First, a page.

The spectrum of oppression

The spectrum of oppression

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Coming out is personal to each of us, so is how we recognize and understand our oppression. Each of us has a moment that hits us in the face and says this is why I feel the way I do about how I’ve been treated by my family and community. I wrote about just that in my memoir “And Then I Danced, Traveling the Road to LGBT Equality.” For me it was at Stonewall and here’s how I put it.

“Stonewall would become a four-night event and the most visible symbol of a movement. We united for the first time: lesbian separatists, gay men in fairy communes, people who had been part of other civil rights movements but never thought about one of their own, young gay radicals, hustlers, drag queens, and many like me, who knew there was something out there for us, but didn’t know what it was. It found us. So, to the NYPD, thank you. Thank you for creating a unified LGBT community and thank you for becoming the focal point of years of oppression that many of us had to suffer growing up. You represented all those groups and individuals that wanted to keep us in our place.”

The backlash that Ellen is getting for her soft-pedaled treatment of Kevin Hart is coming largely from LGBTQ people of color and it might benefit many of us to listen to those voices since what Kevin Hart and even Ellen might not understand is that Hart and the words he used just might have been the symbol of the culture that LGBTQ’s of color had to endure: “hyper masculinity.” 

Billy Porter, a proud gay man of color, Broadway performer and the star of the TV show “Pose,” knows this well and spoke up that he saw something in the issue that others hadn’t raised “the hyper masculinity” of Hart’s comments.  This led another comedian of color to post support for Hart and then attack one of the trans actors on “Pose” as a “pussy” if he couldn’t take a joke. 

One voice on Twitter made it clear, “As a queer person of color, Ellen cannot speak for me.”  This was the overwhelming sentiment. 

While Hart’s homophobic statements were years ago and he has apologized for them, maybe he hasn’t completely understood the gravity or that his comments represented an oppression that has not completely disappeared and his refusal to address it allows that culture to continue. 

It’s often remarked that the cornerstone of the black community is the church, and while LGBT people are part of its choirs and committees, they are often not allowed to be OUT. Hart’s remarks, as Porter labeled “hyper masculinity,” somehow empowered that continual oppression, spoke to those who have endured it and opened a deep wound.  While Hart opened that wound in his original homophobic statements and later apologized, he continued to attack racism in his material and comedy routines, but remained silent on homophobia for 10 years.  Silence or invisibility is the weapon that is most used to oppress us. Ellen of all people should have understood that.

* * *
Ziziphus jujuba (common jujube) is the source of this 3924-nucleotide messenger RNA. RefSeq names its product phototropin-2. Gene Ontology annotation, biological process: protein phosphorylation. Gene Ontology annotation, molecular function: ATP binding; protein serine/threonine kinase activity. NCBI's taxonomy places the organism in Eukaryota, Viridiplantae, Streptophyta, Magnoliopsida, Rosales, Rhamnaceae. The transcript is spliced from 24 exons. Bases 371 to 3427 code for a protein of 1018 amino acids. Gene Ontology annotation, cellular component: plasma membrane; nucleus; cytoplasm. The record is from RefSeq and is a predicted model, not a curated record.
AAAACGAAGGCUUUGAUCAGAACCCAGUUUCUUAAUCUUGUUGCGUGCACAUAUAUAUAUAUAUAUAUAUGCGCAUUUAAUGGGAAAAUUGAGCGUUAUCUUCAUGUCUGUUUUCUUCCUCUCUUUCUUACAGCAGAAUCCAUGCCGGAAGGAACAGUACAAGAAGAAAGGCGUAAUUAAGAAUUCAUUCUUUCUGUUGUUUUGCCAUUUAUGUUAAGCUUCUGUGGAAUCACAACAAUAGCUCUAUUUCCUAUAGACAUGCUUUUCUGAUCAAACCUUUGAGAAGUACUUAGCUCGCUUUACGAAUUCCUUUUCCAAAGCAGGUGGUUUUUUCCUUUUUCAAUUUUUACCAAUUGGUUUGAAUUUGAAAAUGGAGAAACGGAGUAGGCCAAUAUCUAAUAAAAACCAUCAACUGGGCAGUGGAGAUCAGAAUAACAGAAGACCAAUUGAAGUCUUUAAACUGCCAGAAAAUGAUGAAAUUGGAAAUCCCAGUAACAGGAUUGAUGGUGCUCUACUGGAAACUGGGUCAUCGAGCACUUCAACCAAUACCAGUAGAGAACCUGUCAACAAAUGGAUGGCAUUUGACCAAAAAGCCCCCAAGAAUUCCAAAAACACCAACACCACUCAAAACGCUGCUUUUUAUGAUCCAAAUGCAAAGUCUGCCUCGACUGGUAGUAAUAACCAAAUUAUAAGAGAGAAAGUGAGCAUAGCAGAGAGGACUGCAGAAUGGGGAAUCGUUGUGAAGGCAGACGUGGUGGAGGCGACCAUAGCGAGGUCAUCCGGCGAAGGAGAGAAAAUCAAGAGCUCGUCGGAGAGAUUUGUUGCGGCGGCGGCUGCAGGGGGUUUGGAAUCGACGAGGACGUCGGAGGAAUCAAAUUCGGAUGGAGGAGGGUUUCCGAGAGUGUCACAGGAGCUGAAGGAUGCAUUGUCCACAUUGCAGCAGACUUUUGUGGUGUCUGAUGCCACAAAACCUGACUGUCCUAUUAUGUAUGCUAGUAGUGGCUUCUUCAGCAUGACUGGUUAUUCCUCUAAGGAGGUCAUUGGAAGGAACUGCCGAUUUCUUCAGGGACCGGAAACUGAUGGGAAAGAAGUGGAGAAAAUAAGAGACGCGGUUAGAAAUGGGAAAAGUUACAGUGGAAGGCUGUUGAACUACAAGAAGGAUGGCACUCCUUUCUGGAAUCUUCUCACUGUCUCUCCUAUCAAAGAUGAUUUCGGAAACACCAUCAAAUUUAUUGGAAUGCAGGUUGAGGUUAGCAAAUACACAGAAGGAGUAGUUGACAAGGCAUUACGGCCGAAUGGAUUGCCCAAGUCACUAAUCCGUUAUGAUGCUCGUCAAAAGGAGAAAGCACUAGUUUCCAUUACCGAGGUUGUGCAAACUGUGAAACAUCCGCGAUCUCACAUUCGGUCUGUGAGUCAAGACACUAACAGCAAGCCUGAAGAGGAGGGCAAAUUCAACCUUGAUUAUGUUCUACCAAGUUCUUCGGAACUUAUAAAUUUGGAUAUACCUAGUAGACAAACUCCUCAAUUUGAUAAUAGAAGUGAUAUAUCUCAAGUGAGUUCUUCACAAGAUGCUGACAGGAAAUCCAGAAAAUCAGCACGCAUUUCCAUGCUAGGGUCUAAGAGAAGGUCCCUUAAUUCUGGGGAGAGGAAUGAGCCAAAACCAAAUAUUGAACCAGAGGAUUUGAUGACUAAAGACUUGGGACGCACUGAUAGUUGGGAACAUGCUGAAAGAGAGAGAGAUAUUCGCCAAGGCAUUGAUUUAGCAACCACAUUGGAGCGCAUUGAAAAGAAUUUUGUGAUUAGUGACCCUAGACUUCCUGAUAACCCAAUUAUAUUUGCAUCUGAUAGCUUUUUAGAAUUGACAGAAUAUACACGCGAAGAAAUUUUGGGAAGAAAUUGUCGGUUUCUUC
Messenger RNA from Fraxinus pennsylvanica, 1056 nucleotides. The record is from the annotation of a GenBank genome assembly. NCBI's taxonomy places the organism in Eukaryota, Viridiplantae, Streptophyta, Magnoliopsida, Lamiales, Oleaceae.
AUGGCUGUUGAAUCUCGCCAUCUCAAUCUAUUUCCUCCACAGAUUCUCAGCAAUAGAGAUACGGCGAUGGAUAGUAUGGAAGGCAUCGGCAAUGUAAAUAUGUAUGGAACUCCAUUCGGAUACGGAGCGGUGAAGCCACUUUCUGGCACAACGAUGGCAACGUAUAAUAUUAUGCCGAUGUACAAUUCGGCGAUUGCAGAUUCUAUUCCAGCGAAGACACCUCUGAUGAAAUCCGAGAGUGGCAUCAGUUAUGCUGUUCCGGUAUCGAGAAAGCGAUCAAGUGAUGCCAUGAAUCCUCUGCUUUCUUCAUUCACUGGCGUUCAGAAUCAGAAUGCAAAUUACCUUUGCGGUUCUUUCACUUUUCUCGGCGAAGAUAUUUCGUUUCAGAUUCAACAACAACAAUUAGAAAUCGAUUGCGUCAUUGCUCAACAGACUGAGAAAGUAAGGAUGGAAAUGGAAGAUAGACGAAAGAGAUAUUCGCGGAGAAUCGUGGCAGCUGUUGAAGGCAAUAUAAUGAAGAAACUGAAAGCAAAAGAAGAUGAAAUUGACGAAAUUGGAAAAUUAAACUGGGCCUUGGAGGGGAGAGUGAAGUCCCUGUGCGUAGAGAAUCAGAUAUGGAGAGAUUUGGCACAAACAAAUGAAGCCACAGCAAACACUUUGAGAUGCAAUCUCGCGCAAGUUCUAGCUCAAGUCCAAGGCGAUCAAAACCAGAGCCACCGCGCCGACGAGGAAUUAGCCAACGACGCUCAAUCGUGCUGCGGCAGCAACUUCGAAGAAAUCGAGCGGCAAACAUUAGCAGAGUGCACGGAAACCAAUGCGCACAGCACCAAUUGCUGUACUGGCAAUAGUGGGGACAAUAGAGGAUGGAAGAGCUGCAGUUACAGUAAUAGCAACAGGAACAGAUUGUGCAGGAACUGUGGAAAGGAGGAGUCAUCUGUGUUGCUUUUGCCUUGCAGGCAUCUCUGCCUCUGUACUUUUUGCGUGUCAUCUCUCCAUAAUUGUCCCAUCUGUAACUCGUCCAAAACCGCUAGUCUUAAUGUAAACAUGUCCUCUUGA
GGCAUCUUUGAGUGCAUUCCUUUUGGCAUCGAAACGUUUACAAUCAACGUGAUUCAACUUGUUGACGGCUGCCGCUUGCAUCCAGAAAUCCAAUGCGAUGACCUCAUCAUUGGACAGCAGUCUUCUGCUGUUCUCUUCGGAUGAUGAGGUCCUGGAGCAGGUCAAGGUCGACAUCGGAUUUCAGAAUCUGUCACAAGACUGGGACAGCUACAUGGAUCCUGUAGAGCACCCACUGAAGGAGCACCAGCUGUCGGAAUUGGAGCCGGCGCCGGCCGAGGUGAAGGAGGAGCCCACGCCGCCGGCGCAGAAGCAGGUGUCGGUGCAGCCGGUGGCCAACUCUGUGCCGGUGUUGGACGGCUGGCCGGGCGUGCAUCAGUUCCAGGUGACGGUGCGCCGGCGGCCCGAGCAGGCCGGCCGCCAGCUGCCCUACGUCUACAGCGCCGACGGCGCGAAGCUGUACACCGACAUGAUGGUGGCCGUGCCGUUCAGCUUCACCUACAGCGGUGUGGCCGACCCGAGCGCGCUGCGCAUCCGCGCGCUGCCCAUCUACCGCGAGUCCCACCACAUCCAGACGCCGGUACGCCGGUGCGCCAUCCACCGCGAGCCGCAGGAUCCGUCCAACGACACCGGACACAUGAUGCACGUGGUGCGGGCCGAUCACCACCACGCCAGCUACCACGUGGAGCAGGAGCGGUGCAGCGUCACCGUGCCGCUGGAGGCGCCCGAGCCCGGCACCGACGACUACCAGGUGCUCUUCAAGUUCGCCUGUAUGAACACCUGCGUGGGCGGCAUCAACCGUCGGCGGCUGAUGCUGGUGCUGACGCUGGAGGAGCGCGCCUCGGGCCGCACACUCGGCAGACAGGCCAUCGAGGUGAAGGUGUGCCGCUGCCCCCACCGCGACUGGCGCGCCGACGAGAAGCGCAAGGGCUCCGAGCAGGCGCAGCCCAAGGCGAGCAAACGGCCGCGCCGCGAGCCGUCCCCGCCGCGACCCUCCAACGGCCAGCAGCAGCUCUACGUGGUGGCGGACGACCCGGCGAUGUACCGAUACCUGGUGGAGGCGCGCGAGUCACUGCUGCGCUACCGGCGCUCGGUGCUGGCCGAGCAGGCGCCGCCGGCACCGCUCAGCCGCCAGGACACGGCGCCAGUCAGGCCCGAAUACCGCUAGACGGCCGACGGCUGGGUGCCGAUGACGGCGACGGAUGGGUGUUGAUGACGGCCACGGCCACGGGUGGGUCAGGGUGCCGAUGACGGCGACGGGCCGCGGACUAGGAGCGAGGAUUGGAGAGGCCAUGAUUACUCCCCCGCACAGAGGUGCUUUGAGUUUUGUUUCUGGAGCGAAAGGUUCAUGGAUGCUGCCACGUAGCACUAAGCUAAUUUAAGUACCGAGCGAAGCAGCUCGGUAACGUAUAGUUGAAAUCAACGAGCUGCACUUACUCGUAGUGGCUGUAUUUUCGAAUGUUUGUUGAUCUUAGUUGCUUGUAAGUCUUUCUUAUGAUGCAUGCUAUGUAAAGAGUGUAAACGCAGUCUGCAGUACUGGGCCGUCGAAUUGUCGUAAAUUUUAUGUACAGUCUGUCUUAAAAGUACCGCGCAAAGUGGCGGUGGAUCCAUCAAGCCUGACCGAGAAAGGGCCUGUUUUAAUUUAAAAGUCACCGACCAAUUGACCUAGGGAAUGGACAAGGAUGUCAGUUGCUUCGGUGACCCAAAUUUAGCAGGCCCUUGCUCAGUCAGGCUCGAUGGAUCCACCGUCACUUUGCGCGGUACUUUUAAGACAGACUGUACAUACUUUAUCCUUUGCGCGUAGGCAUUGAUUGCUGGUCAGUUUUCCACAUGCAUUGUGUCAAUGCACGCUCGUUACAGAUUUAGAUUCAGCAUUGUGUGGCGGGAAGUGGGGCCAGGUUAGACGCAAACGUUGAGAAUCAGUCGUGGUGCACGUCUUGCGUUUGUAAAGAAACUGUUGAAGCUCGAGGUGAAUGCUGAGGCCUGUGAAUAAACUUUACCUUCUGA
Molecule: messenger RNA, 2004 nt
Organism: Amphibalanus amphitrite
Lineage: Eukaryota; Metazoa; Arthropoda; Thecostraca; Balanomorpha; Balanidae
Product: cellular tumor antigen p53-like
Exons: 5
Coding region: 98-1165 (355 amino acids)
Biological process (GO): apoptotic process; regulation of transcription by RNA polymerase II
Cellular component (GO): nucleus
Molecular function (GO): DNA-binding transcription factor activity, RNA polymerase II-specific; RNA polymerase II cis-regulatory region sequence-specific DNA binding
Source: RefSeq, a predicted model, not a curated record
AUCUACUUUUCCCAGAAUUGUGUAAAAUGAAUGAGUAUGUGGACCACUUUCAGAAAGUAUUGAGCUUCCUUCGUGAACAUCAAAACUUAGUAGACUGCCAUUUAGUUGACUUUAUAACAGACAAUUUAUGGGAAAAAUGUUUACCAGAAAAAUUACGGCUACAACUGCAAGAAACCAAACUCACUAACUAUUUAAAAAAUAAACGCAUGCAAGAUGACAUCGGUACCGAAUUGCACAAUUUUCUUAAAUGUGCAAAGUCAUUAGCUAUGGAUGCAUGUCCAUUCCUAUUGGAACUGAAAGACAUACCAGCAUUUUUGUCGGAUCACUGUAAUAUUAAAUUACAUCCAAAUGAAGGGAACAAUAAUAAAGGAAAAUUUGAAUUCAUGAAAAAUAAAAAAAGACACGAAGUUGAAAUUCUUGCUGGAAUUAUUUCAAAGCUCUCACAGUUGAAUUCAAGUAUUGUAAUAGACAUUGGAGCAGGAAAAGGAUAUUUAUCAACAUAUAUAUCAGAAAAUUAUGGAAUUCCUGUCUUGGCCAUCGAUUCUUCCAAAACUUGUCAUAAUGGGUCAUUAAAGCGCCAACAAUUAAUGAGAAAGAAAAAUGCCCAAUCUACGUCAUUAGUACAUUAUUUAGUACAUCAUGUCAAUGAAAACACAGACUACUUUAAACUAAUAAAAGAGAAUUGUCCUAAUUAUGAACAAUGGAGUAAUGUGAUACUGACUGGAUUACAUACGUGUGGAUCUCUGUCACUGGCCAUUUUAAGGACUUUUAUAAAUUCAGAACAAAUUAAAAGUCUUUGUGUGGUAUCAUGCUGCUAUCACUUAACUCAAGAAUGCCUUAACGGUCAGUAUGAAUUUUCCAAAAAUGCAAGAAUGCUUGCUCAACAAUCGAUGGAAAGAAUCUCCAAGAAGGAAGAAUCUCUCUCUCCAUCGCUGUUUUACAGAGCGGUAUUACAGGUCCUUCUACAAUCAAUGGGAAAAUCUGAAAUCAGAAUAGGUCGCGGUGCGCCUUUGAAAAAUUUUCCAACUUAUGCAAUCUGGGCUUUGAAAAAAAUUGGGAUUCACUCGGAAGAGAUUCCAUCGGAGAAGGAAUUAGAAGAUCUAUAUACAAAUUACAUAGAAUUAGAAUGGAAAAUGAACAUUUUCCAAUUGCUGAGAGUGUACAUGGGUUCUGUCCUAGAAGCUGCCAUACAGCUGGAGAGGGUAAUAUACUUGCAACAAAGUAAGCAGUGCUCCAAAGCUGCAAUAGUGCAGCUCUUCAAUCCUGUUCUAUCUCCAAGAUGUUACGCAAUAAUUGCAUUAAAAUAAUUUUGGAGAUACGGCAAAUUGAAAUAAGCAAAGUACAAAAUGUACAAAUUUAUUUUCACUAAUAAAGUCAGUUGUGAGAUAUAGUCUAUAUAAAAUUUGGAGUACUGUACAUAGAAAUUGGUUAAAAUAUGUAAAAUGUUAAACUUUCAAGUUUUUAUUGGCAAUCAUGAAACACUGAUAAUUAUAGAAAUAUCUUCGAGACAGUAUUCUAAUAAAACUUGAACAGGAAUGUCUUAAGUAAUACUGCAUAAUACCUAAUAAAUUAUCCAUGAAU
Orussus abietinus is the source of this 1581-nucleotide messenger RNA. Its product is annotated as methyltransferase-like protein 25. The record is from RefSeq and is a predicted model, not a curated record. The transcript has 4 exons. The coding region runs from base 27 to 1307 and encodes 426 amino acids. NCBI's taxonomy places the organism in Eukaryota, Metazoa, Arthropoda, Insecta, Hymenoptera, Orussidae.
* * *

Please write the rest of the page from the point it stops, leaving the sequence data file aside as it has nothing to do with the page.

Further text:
Ellen, as many of us do, needs to listen. 

Porter’s exact statement, said in an interview with Consequence of Sound: “I say to Kevin Hart, and I say to D.L. Hughley, I say to those people who think that they don’t need to apologize for shit and dig their heels in their toxic masculinity: But you want your rights! You want people to stop shooting your children in the back? But yet still, you turn around and oppress other people the same way you’re being oppressed.”

Has Hart changed? Why are people angry? From E-News: From a 2011 quote “Yo if my son comes home & try’s 2 play with my daughters dollhouse I’m going 2 break it over his head & say n my voice ‘stop that’s gay’.”…..

Another Twitter user went to the great lengths of searching every time Kevin used the words “fag,” “homo” or “gay.” They realized the comedian “seems to have basically stopped tweeting those words after 2011 — i.e. the year his first stand-up movie became a hit.”

While Hart has adamantly denied being homophobic, prior statements about his feelings seem conflicting to some. In a 2015 profile for Rolling Stone, he once said one of his “biggest fears is my son growing up and being gay.”

That’s just over three years ago … maybe he changed his words with his new star power, but maybe not his true feelings? 

Update:  New York Magazine’s music division also conducted its own search of Hart’s tweets from the period in question and discovered that the words expressed by Hart never included an apology or “I’m sorry.”… And several out black celebrities are coming forward to express their anger.  It’s time to listen to their oppression and to respect them more than someone who has literally expressed violence against his own child if he were gay, and only feels forced to walk it back when it was convenient due to changing times, not his own change of heart

Mark Segal, PGN publisher, is the nation’s most-award-winning commentator in LGBT media. You can follow him on Facebook at www.facebook.com/MarkSegalPGN or Twitter at https://twitter.com/PhilaGayNews.


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